The World Health Organization (who) estimates that more than 340 million new cases of Sexually Transmitted Infections (STIS) occur annually in the world. Chlamydia is the most common cause, especially in adolescents and young adults. Up to 80% of the cases no symptoms, which facilitates their spread.
Expert: Mary Alexandra Calvo, gíneco-ob Network Health UC
Dr. Maria Alexandra Calvo, gíneco-ob Network Health UC, explains that the number of people affected has increased significantly in recent years, in part attributed to the sexual liberation of the population and an increase in growing of young adults are sexually active.
It has also influenced the best epidemiological knowledge of these conditions, the progress of microbiological studies as well as the progress and the development of new technologies and diagnostic, which have helped to clarify the commitment, the extent and consequences of STIS.
It is estimated that in the United States for at least 12 million people acquire an STI every year, and some authorities estimate that more than 35% of the north american acquired-at least - an STI when you reach 35 years of age. “The STI is considered as 1 of the infectious diseases of greatest incidence and prevalence worldwide, and are listed prominently among the group of diseases called emerging and re-emerging,” says the specialist.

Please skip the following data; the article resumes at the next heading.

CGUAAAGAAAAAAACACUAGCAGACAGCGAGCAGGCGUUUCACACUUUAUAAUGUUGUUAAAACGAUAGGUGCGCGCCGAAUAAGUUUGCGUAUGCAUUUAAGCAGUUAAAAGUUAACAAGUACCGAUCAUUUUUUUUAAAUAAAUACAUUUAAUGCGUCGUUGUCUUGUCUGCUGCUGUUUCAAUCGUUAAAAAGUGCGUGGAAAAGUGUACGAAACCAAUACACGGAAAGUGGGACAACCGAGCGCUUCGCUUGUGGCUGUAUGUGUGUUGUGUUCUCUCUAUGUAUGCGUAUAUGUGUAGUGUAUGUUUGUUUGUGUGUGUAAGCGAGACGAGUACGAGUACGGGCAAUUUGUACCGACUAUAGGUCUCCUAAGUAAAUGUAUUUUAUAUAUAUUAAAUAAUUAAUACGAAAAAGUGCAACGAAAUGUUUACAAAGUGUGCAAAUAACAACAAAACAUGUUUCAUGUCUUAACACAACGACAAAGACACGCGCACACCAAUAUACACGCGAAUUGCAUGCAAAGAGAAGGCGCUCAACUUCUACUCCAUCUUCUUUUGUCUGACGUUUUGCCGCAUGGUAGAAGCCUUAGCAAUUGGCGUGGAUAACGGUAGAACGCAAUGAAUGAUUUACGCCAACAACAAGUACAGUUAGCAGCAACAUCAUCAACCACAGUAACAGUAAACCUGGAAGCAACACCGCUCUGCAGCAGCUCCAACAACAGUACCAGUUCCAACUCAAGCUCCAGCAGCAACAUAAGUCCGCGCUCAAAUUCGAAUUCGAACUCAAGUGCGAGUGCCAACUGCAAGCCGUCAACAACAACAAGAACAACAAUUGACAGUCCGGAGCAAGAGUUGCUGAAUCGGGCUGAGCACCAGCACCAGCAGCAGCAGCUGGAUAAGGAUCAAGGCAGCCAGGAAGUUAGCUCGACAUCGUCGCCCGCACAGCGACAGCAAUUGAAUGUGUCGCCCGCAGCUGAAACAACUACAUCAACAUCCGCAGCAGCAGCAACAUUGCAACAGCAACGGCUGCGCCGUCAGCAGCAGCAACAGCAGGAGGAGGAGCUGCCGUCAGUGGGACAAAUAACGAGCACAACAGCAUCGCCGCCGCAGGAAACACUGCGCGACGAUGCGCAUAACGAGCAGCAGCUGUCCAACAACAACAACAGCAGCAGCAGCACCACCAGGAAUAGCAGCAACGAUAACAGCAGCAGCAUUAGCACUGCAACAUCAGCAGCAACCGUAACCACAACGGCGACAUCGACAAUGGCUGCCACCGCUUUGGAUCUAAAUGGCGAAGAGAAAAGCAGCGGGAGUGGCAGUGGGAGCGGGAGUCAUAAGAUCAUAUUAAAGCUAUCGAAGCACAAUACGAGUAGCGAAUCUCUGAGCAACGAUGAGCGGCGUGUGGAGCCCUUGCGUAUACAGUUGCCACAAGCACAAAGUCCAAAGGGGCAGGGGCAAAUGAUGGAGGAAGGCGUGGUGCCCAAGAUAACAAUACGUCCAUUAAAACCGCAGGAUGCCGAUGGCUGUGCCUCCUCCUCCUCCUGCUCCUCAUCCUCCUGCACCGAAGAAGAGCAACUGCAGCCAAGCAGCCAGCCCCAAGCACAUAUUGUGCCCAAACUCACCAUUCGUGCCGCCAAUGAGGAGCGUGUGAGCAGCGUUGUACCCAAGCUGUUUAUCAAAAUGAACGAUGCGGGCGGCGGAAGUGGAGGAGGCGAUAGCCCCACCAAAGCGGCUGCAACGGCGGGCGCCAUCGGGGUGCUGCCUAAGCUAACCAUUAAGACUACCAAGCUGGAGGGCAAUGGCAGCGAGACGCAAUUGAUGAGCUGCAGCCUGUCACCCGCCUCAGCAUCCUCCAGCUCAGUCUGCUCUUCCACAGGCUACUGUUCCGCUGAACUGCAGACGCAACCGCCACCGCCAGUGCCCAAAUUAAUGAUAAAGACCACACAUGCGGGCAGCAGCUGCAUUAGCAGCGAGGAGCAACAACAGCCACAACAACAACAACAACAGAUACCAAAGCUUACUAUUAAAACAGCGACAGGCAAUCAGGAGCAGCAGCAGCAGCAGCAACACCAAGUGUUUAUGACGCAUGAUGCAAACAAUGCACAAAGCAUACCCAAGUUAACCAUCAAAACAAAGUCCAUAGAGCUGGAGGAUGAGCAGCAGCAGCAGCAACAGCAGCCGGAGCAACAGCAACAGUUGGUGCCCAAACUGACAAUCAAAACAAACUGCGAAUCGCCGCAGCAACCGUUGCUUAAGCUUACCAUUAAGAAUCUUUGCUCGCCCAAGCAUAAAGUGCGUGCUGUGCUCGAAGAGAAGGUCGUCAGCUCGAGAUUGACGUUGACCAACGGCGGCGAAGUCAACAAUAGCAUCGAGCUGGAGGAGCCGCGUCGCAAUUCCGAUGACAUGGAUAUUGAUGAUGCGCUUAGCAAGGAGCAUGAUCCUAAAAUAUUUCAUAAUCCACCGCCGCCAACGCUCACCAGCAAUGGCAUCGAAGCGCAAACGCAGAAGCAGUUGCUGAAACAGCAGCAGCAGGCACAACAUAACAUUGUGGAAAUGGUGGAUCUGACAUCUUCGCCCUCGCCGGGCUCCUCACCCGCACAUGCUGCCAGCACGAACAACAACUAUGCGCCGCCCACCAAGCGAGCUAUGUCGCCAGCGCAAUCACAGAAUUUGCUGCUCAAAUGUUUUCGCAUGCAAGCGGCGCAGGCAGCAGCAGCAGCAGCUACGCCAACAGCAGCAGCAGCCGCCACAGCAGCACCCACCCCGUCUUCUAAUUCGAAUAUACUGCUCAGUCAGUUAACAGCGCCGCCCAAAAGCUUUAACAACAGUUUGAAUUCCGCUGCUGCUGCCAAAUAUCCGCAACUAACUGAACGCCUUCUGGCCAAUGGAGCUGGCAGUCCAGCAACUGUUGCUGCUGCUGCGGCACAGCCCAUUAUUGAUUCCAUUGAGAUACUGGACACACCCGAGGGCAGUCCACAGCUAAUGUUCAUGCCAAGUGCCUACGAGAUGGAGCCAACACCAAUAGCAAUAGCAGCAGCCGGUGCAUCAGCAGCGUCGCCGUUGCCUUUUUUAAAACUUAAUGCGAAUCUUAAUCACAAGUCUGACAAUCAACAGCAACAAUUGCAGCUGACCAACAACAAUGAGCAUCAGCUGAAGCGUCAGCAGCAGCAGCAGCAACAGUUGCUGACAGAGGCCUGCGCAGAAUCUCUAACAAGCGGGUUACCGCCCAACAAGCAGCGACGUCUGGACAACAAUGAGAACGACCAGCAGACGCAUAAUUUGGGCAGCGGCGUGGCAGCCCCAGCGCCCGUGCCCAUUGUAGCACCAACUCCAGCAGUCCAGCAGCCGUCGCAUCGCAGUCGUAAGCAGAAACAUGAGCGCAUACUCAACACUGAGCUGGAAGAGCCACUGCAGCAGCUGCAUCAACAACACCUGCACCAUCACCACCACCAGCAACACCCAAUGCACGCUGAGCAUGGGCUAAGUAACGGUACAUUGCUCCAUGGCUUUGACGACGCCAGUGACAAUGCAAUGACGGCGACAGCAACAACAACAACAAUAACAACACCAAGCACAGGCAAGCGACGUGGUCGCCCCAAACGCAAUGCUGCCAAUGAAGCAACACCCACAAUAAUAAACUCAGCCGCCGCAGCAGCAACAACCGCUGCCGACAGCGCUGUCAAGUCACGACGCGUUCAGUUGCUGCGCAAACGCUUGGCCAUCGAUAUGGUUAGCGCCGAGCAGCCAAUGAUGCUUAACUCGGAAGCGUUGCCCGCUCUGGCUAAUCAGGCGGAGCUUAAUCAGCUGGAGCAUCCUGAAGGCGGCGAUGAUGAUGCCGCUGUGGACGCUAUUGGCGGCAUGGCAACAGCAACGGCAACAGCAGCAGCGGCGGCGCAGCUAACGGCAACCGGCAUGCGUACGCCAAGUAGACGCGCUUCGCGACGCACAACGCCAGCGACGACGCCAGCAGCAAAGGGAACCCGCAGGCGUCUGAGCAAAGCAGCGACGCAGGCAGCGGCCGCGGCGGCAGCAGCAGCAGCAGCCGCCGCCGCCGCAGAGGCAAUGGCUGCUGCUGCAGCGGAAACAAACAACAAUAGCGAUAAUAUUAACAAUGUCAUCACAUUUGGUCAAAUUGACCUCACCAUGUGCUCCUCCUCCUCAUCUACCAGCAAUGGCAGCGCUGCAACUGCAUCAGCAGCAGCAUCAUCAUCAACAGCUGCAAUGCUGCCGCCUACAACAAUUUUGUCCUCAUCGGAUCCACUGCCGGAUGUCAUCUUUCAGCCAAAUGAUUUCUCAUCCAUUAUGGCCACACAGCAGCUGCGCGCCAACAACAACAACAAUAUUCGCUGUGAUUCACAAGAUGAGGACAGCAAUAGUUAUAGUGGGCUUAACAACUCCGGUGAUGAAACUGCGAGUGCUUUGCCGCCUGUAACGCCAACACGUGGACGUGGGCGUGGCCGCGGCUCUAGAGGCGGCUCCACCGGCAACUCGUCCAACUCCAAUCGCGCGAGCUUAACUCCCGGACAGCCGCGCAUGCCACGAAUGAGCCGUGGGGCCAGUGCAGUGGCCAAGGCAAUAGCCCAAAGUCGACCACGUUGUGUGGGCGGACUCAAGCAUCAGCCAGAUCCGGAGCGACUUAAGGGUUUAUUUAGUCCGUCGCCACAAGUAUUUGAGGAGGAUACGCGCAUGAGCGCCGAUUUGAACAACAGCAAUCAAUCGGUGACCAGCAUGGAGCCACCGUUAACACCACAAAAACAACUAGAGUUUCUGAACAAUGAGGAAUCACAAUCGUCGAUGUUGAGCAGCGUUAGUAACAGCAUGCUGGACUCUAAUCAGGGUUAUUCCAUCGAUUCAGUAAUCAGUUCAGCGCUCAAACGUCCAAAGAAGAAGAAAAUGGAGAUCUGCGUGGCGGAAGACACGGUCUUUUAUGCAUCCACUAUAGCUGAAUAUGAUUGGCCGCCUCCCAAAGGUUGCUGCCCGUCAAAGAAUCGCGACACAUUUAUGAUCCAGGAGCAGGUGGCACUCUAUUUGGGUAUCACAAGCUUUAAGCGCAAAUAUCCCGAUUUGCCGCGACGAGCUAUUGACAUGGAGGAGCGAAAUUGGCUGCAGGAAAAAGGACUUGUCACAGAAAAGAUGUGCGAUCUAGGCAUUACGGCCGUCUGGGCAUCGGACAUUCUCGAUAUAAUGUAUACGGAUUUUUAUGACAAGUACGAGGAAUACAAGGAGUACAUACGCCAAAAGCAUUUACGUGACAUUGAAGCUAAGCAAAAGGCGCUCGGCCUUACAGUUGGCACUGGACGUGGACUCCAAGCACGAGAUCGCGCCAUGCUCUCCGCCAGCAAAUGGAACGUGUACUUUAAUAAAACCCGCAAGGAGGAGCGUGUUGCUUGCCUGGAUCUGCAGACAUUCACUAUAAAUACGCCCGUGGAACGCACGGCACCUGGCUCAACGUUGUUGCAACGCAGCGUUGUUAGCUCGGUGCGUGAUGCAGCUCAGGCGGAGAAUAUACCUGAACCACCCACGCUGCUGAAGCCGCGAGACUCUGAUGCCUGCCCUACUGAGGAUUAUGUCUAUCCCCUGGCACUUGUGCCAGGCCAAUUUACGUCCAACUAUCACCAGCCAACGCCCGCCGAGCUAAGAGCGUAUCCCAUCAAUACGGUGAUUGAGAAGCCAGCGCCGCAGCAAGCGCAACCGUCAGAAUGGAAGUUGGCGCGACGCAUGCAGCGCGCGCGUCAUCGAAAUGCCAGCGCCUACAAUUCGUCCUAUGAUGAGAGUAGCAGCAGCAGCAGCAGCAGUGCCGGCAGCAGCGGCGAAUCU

In Chile, during 2007, the mortality rate of HIV was 2.4 per 100,000 thousand inhabitants, “a figure that has gradually declined thanks to the coverage of antiretroviral therapy, almost 100% of infected patients”, says the dra. Calvo.
Most common STIS
The frequency and type of STI is directly related to the number of sex partners. Mostly affect the single living alone, then living together and finally married.
“The age group most affected in the last few years is that of the 20 to 44 years of age. The highest point of notification occurs between 20 and 29 years, stabilized between 40 and 34 and then begins to descend gradually,” says dr. Calvo. To make the analysis by sex, added, infections are concentrated more in women, which is likely explained by the high screening of the female population in the pregnancy and in the controls gynecological.
In our country, despite the fact that the infections are quite varied, the most common are infection due to human papilloma virus (as condyloma genital), followed by syphilis, gonorrhea, and chlamydia.
Of all reported cases, says the specialist, condyloma acuminate (genital warts) , and syphilis in all its forms are the most frequent diagnoses, which predominate in the regions of Antofagasta, Tarapacá and Valparaíso, and affect preference to homemakers and students.
Calvo emphasizes that STIS should not be seen as a pathology in isolation, because multiple infection is frequent and the presence of one STI denotes high-risk of acquiring another infection, sometimes of greater importance and significance that 1° is diagnosed.
How to recognize the different types of Sexually Transmitted Infections?
- Human Papilloma Virus (HPV): generally no symptoms, but some women develop in the vulvar area a number of warts, asymptomatic, single or multiple that forces them to consult the gynaecologist. At other times, HPV causes lesions in the cervix that can lead to, finally, cancer of the cervix.